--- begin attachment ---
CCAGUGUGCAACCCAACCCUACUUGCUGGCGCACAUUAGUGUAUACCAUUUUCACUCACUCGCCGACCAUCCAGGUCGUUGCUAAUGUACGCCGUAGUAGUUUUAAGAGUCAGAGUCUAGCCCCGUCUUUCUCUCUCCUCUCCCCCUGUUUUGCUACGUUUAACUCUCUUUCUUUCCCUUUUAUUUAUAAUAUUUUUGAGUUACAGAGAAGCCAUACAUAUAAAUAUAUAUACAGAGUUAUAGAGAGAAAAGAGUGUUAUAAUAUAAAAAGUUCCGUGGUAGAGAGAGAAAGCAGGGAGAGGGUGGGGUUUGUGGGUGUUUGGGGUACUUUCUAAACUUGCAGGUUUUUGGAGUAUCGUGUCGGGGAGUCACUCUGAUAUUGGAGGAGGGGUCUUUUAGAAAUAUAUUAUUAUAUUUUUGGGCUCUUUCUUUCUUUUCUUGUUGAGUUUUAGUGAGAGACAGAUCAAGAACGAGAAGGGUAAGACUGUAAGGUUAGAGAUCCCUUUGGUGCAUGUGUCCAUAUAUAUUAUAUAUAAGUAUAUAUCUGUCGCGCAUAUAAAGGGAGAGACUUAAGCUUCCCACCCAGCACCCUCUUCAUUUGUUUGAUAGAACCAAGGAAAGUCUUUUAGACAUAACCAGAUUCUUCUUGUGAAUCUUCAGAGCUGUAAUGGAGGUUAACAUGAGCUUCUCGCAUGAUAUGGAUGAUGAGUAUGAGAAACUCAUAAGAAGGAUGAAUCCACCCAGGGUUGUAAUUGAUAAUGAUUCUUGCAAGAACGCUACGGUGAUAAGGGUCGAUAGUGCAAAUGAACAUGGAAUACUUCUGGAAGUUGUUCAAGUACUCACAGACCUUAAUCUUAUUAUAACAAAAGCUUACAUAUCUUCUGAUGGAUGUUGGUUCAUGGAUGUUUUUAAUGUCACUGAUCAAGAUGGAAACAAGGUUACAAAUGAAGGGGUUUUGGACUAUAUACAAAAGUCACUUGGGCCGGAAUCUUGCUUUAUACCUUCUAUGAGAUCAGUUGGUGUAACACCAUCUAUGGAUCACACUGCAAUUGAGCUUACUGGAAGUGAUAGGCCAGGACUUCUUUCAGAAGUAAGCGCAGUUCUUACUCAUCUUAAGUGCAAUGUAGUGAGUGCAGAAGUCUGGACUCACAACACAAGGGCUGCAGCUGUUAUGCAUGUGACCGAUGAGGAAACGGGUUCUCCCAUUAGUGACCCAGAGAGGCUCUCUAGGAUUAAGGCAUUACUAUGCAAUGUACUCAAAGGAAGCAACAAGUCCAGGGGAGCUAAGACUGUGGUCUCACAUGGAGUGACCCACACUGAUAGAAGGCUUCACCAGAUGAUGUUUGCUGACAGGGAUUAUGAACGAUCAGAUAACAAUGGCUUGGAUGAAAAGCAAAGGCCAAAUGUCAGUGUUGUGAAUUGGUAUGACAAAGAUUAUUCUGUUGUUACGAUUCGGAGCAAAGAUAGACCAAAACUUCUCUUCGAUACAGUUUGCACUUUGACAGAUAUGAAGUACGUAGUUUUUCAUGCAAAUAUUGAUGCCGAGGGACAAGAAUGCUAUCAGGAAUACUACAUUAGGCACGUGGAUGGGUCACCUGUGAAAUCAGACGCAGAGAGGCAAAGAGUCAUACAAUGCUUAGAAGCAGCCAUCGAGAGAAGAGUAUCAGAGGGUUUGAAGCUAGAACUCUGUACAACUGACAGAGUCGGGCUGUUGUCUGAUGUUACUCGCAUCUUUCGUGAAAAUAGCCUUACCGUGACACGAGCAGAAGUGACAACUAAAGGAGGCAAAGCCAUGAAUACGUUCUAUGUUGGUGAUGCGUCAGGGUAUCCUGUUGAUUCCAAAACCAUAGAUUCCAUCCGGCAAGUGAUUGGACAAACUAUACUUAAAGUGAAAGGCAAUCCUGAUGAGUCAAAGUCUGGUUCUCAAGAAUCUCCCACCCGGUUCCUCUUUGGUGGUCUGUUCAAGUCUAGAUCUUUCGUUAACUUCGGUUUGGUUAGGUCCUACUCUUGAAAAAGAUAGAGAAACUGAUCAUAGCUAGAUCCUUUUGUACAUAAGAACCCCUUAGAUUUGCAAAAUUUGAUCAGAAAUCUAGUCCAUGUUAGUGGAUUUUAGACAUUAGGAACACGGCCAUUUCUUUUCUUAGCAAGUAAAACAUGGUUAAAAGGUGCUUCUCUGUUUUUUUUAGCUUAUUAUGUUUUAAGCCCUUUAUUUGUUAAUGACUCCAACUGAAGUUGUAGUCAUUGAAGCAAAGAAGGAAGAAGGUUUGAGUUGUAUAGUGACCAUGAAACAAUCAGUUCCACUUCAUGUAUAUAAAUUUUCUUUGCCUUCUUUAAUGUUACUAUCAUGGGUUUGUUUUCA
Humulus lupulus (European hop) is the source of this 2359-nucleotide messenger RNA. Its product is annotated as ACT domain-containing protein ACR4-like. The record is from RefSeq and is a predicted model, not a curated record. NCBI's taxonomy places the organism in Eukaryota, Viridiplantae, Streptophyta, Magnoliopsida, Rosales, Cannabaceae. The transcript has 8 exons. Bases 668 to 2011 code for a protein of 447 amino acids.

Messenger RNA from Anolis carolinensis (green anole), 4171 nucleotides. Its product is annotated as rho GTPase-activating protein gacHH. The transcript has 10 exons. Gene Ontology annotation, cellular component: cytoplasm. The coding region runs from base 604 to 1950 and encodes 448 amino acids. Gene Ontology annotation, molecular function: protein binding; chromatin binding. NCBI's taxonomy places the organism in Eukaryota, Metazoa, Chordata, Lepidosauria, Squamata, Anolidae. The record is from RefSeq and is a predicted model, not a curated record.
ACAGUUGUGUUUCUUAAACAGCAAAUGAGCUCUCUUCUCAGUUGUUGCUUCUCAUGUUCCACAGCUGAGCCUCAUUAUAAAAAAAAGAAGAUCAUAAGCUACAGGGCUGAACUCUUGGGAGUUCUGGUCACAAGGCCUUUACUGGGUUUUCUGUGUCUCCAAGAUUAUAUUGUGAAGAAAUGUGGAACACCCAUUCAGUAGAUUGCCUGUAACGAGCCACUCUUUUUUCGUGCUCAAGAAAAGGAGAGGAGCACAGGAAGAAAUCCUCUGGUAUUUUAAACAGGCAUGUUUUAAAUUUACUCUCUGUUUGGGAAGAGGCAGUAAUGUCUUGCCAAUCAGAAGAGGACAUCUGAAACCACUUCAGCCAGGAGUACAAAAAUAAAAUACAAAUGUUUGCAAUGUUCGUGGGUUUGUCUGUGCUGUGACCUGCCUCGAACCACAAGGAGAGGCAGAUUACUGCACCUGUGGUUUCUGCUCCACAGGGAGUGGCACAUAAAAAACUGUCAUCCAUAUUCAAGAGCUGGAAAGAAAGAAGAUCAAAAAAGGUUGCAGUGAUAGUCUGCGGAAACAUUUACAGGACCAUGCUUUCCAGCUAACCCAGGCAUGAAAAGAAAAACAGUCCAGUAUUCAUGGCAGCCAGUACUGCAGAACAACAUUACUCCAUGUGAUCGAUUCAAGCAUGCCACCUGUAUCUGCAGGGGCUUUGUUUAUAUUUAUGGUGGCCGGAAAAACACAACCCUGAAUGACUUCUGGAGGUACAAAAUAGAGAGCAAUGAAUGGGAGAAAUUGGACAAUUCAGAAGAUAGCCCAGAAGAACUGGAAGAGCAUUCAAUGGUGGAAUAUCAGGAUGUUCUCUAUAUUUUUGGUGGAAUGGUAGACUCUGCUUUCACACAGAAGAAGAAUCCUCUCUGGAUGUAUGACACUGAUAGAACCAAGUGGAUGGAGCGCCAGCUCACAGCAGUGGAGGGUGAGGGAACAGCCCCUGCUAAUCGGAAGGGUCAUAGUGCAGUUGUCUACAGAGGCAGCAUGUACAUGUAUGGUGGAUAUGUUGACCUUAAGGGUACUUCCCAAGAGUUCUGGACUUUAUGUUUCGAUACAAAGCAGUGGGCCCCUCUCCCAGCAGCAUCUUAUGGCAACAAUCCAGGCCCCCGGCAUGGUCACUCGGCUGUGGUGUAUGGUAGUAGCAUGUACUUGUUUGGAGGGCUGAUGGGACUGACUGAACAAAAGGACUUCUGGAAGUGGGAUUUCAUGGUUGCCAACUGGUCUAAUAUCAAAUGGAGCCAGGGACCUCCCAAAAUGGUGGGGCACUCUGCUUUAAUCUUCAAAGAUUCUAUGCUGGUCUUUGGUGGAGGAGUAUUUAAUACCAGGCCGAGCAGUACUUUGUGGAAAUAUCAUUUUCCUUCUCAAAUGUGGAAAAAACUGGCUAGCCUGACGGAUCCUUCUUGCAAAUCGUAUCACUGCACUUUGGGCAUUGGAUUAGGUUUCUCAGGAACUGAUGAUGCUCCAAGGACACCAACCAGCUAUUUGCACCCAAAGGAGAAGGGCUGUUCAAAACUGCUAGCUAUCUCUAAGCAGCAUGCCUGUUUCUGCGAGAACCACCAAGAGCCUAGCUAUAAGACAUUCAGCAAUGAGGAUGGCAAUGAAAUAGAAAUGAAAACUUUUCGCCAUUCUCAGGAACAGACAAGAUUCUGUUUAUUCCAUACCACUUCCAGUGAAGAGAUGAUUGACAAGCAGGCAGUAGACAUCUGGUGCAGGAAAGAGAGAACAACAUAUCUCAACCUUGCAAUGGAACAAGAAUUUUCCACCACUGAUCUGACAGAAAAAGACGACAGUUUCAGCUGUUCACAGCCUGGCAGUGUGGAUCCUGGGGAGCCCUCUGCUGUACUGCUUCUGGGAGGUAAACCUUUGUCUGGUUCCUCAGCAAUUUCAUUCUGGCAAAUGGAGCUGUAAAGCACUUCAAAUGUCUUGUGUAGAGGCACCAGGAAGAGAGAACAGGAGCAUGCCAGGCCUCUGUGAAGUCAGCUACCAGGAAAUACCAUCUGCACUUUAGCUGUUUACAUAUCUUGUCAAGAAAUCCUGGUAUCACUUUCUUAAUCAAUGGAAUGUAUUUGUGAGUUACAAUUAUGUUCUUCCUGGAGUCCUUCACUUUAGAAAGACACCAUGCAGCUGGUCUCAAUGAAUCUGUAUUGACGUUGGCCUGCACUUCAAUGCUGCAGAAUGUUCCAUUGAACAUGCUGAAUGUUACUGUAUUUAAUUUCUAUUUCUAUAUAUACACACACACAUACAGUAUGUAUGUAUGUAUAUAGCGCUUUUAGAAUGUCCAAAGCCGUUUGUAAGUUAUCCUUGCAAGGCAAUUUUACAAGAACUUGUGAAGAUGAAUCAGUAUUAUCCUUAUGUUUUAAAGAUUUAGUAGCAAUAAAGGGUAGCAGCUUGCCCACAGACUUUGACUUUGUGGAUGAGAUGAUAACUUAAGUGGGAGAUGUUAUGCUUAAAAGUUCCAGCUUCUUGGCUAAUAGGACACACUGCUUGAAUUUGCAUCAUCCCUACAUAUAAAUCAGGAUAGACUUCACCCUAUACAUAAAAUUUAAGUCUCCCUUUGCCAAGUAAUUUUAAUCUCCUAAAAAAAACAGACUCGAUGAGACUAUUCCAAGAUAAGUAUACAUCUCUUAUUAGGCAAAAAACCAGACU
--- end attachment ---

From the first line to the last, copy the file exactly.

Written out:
CCAGUGUGCAACCCAACCCUACUUGCUGGCGCACAUUAGUGUAUACCAUUUUCACUCACUCGCCGACCAUCCAGGUCGUUGCUAAUGUACGCCGUAGUAGUUUUAAGAGUCAGAGUCUAGCCCCGUCUUUCUCUCUCCUCUCCCCCUGUUUUGCUACGUUUAACUCUCUUUCUUUCCCUUUUAUUUAUAAUAUUUUUGAGUUACAGAGAAGCCAUACAUAUAAAUAUAUAUACAGAGUUAUAGAGAGAAAAGAGUGUUAUAAUAUAAAAAGUUCCGUGGUAGAGAGAGAAAGCAGGGAGAGGGUGGGGUUUGUGGGUGUUUGGGGUACUUUCUAAACUUGCAGGUUUUUGGAGUAUCGUGUCGGGGAGUCACUCUGAUAUUGGAGGAGGGGUCUUUUAGAAAUAUAUUAUUAUAUUUUUGGGCUCUUUCUUUCUUUUCUUGUUGAGUUUUAGUGAGAGACAGAUCAAGAACGAGAAGGGUAAGACUGUAAGGUUAGAGAUCCCUUUGGUGCAUGUGUCCAUAUAUAUUAUAUAUAAGUAUAUAUCUGUCGCGCAUAUAAAGGGAGAGACUUAAGCUUCCCACCCAGCACCCUCUUCAUUUGUUUGAUAGAACCAAGGAAAGUCUUUUAGACAUAACCAGAUUCUUCUUGUGAAUCUUCAGAGCUGUAAUGGAGGUUAACAUGAGCUUCUCGCAUGAUAUGGAUGAUGAGUAUGAGAAACUCAUAAGAAGGAUGAAUCCACCCAGGGUUGUAAUUGAUAAUGAUUCUUGCAAGAACGCUACGGUGAUAAGGGUCGAUAGUGCAAAUGAACAUGGAAUACUUCUGGAAGUUGUUCAAGUACUCACAGACCUUAAUCUUAUUAUAACAAAAGCUUACAUAUCUUCUGAUGGAUGUUGGUUCAUGGAUGUUUUUAAUGUCACUGAUCAAGAUGGAAACAAGGUUACAAAUGAAGGGGUUUUGGACUAUAUACAAAAGUCACUUGGGCCGGAAUCUUGCUUUAUACCUUCUAUGAGAUCAGUUGGUGUAACACCAUCUAUGGAUCACACUGCAAUUGAGCUUACUGGAAGUGAUAGGCCAGGACUUCUUUCAGAAGUAAGCGCAGUUCUUACUCAUCUUAAGUGCAAUGUAGUGAGUGCAGAAGUCUGGACUCACAACACAAGGGCUGCAGCUGUUAUGCAUGUGACCGAUGAGGAAACGGGUUCUCCCAUUAGUGACCCAGAGAGGCUCUCUAGGAUUAAGGCAUUACUAUGCAAUGUACUCAAAGGAAGCAACAAGUCCAGGGGAGCUAAGACUGUGGUCUCACAUGGAGUGACCCACACUGAUAGAAGGCUUCACCAGAUGAUGUUUGCUGACAGGGAUUAUGAACGAUCAGAUAACAAUGGCUUGGAUGAAAAGCAAAGGCCAAAUGUCAGUGUUGUGAAUUGGUAUGACAAAGAUUAUUCUGUUGUUACGAUUCGGAGCAAAGAUAGACCAAAACUUCUCUUCGAUACAGUUUGCACUUUGACAGAUAUGAAGUACGUAGUUUUUCAUGCAAAUAUUGAUGCCGAGGGACAAGAAUGCUAUCAGGAAUACUACAUUAGGCACGUGGAUGGGUCACCUGUGAAAUCAGACGCAGAGAGGCAAAGAGUCAUACAAUGCUUAGAAGCAGCCAUCGAGAGAAGAGUAUCAGAGGGUUUGAAGCUAGAACUCUGUACAACUGACAGAGUCGGGCUGUUGUCUGAUGUUACUCGCAUCUUUCGUGAAAAUAGCCUUACCGUGACACGAGCAGAAGUGACAACUAAAGGAGGCAAAGCCAUGAAUACGUUCUAUGUUGGUGAUGCGUCAGGGUAUCCUGUUGAUUCCAAAACCAUAGAUUCCAUCCGGCAAGUGAUUGGACAAACUAUACUUAAAGUGAAAGGCAAUCCUGAUGAGUCAAAGUCUGGUUCUCAAGAAUCUCCCACCCGGUUCCUCUUUGGUGGUCUGUUCAAGUCUAGAUCUUUCGUUAACUUCGGUUUGGUUAGGUCCUACUCUUGAAAAAGAUAGAGAAACUGAUCAUAGCUAGAUCCUUUUGUACAUAAGAACCCCUUAGAUUUGCAAAAUUUGAUCAGAAAUCUAGUCCAUGUUAGUGGAUUUUAGACAUUAGGAACACGGCCAUUUCUUUUCUUAGCAAGUAAAACAUGGUUAAAAGGUGCUUCUCUGUUUUUUUUAGCUUAUUAUGUUUUAAGCCCUUUAUUUGUUAAUGACUCCAACUGAAGUUGUAGUCAUUGAAGCAAAGAAGGAAGAAGGUUUGAGUUGUAUAGUGACCAUGAAACAAUCAGUUCCACUUCAUGUAUAUAAAUUUUCUUUGCCUUCUUUAAUGUUACUAUCAUGGGUUUGUUUUCA
Humulus lupulus (European hop) is the source of this 2359-nucleotide messenger RNA. Its product is annotated as ACT domain-containing protein ACR4-like. The record is from RefSeq and is a predicted model, not a curated record. NCBI's taxonomy places the organism in Eukaryota, Viridiplantae, Streptophyta, Magnoliopsida, Rosales, Cannabaceae. The transcript has 8 exons. Bases 668 to 2011 code for a protein of 447 amino acids.

Messenger RNA from Anolis carolinensis (green anole), 4171 nucleotides. Its product is annotated as rho GTPase-activating protein gacHH. The transcript has 10 exons. Gene Ontology annotation, cellular component: cytoplasm. The coding region runs from base 604 to 1950 and encodes 448 amino acids. Gene Ontology annotation, molecular function: protein binding; chromatin binding. NCBI's taxonomy places the organism in Eukaryota, Metazoa, Chordata, Lepidosauria, Squamata, Anolidae. The record is from RefSeq and is a predicted model, not a curated record.
ACAGUUGUGUUUCUUAAACAGCAAAUGAGCUCUCUUCUCAGUUGUUGCUUCUCAUGUUCCACAGCUGAGCCUCAUUAUAAAAAAAAGAAGAUCAUAAGCUACAGGGCUGAACUCUUGGGAGUUCUGGUCACAAGGCCUUUACUGGGUUUUCUGUGUCUCCAAGAUUAUAUUGUGAAGAAAUGUGGAACACCCAUUCAGUAGAUUGCCUGUAACGAGCCACUCUUUUUUCGUGCUCAAGAAAAGGAGAGGAGCACAGGAAGAAAUCCUCUGGUAUUUUAAACAGGCAUGUUUUAAAUUUACUCUCUGUUUGGGAAGAGGCAGUAAUGUCUUGCCAAUCAGAAGAGGACAUCUGAAACCACUUCAGCCAGGAGUACAAAAAUAAAAUACAAAUGUUUGCAAUGUUCGUGGGUUUGUCUGUGCUGUGACCUGCCUCGAACCACAAGGAGAGGCAGAUUACUGCACCUGUGGUUUCUGCUCCACAGGGAGUGGCACAUAAAAAACUGUCAUCCAUAUUCAAGAGCUGGAAAGAAAGAAGAUCAAAAAAGGUUGCAGUGAUAGUCUGCGGAAACAUUUACAGGACCAUGCUUUCCAGCUAACCCAGGCAUGAAAAGAAAAACAGUCCAGUAUUCAUGGCAGCCAGUACUGCAGAACAACAUUACUCCAUGUGAUCGAUUCAAGCAUGCCACCUGUAUCUGCAGGGGCUUUGUUUAUAUUUAUGGUGGCCGGAAAAACACAACCCUGAAUGACUUCUGGAGGUACAAAAUAGAGAGCAAUGAAUGGGAGAAAUUGGACAAUUCAGAAGAUAGCCCAGAAGAACUGGAAGAGCAUUCAAUGGUGGAAUAUCAGGAUGUUCUCUAUAUUUUUGGUGGAAUGGUAGACUCUGCUUUCACACAGAAGAAGAAUCCUCUCUGGAUGUAUGACACUGAUAGAACCAAGUGGAUGGAGCGCCAGCUCACAGCAGUGGAGGGUGAGGGAACAGCCCCUGCUAAUCGGAAGGGUCAUAGUGCAGUUGUCUACAGAGGCAGCAUGUACAUGUAUGGUGGAUAUGUUGACCUUAAGGGUACUUCCCAAGAGUUCUGGACUUUAUGUUUCGAUACAAAGCAGUGGGCCCCUCUCCCAGCAGCAUCUUAUGGCAACAAUCCAGGCCCCCGGCAUGGUCACUCGGCUGUGGUGUAUGGUAGUAGCAUGUACUUGUUUGGAGGGCUGAUGGGACUGACUGAACAAAAGGACUUCUGGAAGUGGGAUUUCAUGGUUGCCAACUGGUCUAAUAUCAAAUGGAGCCAGGGACCUCCCAAAAUGGUGGGGCACUCUGCUUUAAUCUUCAAAGAUUCUAUGCUGGUCUUUGGUGGAGGAGUAUUUAAUACCAGGCCGAGCAGUACUUUGUGGAAAUAUCAUUUUCCUUCUCAAAUGUGGAAAAAACUGGCUAGCCUGACGGAUCCUUCUUGCAAAUCGUAUCACUGCACUUUGGGCAUUGGAUUAGGUUUCUCAGGAACUGAUGAUGCUCCAAGGACACCAACCAGCUAUUUGCACCCAAAGGAGAAGGGCUGUUCAAAACUGCUAGCUAUCUCUAAGCAGCAUGCCUGUUUCUGCGAGAACCACCAAGAGCCUAGCUAUAAGACAUUCAGCAAUGAGGAUGGCAAUGAAAUAGAAAUGAAAACUUUUCGCCAUUCUCAGGAACAGACAAGAUUCUGUUUAUUCCAUACCACUUCCAGUGAAGAGAUGAUUGACAAGCAGGCAGUAGACAUCUGGUGCAGGAAAGAGAGAACAACAUAUCUCAACCUUGCAAUGGAACAAGAAUUUUCCACCACUGAUCUGACAGAAAAAGACGACAGUUUCAGCUGUUCACAGCCUGGCAGUGUGGAUCCUGGGGAGCCCUCUGCUGUACUGCUUCUGGGAGGUAAACCUUUGUCUGGUUCCUCAGCAAUUUCAUUCUGGCAAAUGGAGCUGUAAAGCACUUCAAAUGUCUUGUGUAGAGGCACCAGGAAGAGAGAACAGGAGCAUGCCAGGCCUCUGUGAAGUCAGCUACCAGGAAAUACCAUCUGCACUUUAGCUGUUUACAUAUCUUGUCAAGAAAUCCUGGUAUCACUUUCUUAAUCAAUGGAAUGUAUUUGUGAGUUACAAUUAUGUUCUUCCUGGAGUCCUUCACUUUAGAAAGACACCAUGCAGCUGGUCUCAAUGAAUCUGUAUUGACGUUGGCCUGCACUUCAAUGCUGCAGAAUGUUCCAUUGAACAUGCUGAAUGUUACUGUAUUUAAUUUCUAUUUCUAUAUAUACACACACACAUACAGUAUGUAUGUAUGUAUAUAGCGCUUUUAGAAUGUCCAAAGCCGUUUGUAAGUUAUCCUUGCAAGGCAAUUUUACAAGAACUUGUGAAGAUGAAUCAGUAUUAUCCUUAUGUUUUAAAGAUUUAGUAGCAAUAAAGGGUAGCAGCUUGCCCACAGACUUUGACUUUGUGGAUGAGAUGAUAACUUAAGUGGGAGAUGUUAUGCUUAAAAGUUCCAGCUUCUUGGCUAAUAGGACACACUGCUUGAAUUUGCAUCAUCCCUACAUAUAAAUCAGGAUAGACUUCACCCUAUACAUAAAAUUUAAGUCUCCCUUUGCCAAGUAAUUUUAAUCUCCUAAAAAAAACAGACUCGAUGAGACUAUUCCAAGAUAAGUAUACAUCUCUUAUUAGGCAAAAAACCAGACU